After a five-year bull market that has impoverished almost anyone trying to profit from falling stocks, bears are finally reaping gains.
GameStop Corp. and 3D Systems Corp. led a 7.6 percent drop last month in an index of 50 U.S. companies with the highest short interest, the biggest retreat since 2012, according to data compiled by Goldman Sachs Group Inc. and Bloomberg. The gauge has fallen 1.7 percent this year, making money for investors who bet on declines even as the Standard & Poor’s 500 Index is up 4.8 percent.
Bearish investors are finding profitable targets in a market that had moved higher virtually in unison for two years, helped by prospects for rising interest rates and military conflicts from Ukraine to Israel and Iraq. While hedge funds wagering on stock drops have lost money almost every year since 2009, managers such as David Einhorn and Andy Redleaf are increasing bets against companies such as Athenahealth Inc. and Salesforce.com Inc.
“Stocks have started on a bearish trend and we don’t yet have signs of a bottom,” Frank James, who oversees $5.3 billion as the founder of James Investment Research Inc., said by phone on Aug. 6. “Short selling will do pretty well so long as we retain a bearish trend. It’s time to be careful.”
James Investment Research is studying utilities, technology providers and raw-materials companies for short sales, in which a bearish trader sells borrowed shares in the hope of replacing them at a lower price. The James Advantage Long-Short Fund in Alpha, Ohio, is up 5 percent this year, beating 81 percent of its peers tracked by Bloomberg.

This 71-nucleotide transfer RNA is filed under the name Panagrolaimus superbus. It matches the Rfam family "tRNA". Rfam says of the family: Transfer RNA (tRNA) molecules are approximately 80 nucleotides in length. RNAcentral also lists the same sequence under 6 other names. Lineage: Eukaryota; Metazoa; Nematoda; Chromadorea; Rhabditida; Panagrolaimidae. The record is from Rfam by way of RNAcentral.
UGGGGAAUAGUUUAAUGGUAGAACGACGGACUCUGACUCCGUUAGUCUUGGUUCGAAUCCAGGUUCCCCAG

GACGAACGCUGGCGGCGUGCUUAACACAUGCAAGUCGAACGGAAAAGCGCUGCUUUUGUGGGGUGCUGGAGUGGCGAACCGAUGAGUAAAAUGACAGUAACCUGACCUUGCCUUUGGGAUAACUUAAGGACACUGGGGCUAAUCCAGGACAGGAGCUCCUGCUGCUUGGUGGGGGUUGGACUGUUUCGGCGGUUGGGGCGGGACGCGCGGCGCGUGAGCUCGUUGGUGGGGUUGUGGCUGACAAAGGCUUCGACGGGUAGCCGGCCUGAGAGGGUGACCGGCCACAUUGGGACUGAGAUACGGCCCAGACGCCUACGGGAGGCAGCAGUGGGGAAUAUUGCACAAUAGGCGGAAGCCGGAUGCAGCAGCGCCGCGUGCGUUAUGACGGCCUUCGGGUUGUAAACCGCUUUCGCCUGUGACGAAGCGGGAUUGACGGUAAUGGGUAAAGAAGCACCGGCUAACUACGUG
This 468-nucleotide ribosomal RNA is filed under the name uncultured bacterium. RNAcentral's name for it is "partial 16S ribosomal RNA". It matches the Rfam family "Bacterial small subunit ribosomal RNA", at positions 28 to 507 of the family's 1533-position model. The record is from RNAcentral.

The S&P 500 added 0.3 percent last week, recovering from its worst weekly decline since 2012, as signs that tensions are easing in Ukraine outweighed concern over crises in the Middle East. Data on U.S. services and factory orders fueled speculation that the Federal Reserve may raise interest rates sooner than investors anticipate. The index rose 0.3 percent at 4 p.m. in New York.
The benchmark gauge for American equity has gone almost three years without a decline of 10 percent or more and 460 of its constituents rose last year, the most since at least 1990. Since reaching a record 1,987.98 two weeks ago, the index is down 2.8 percent.
Almost 4 percent of American stocks had been borrowed and sold as of July 15, the most in two years, according to exchange data compiled by Bloomberg. GameStop, the Grapevine, Texas-based video-game retailer, had the most bearish bets among S&P 500 companies. The stock has plunged 12 percent in the last nine trading days.
3D Systems, the Rock Hill, South Carolina-based maker of three-dimensional printers, has tumbled 24 percent since July 1. Bearish bets on GameStop and 3D Systems accounted for about 30 percent of shares.
More than 170 companies in the S&P 500 are down this year, versus 48 at this time in 2013 and 125 in 2012, data compiled by Bloomberg show. Two of the 10 industries in the benchmark index have posted losses and three others have advanced less than 2.5 percent, compared with this time last year when the worst-performing group had rallied 7.1 percent.
“You were seeing the winners win and the losers lose so we actually thought that this could be a really good year for shorting,” Mark Yusko, who oversees $4 billion as chief executive officer of Chapel Hill, North Carolina-based fund of funds Morgan Creek Capital Management LLC, said in an Aug. 7 phone interview. “We started to increase exposure in our portfolios to managers who have a little more experience on the short side.”
Greenlight Capital Inc., the hedge fund run by Einhorn, and Redleaf’s Whitebox Advisors LLC in May disclosed short positions in Athenahealth, a provider of Internet-based services for physician practices. At that time, Whitebox listed 17 other stocks that the firm was betting against, including Salesforce.com and Cepheid Inc.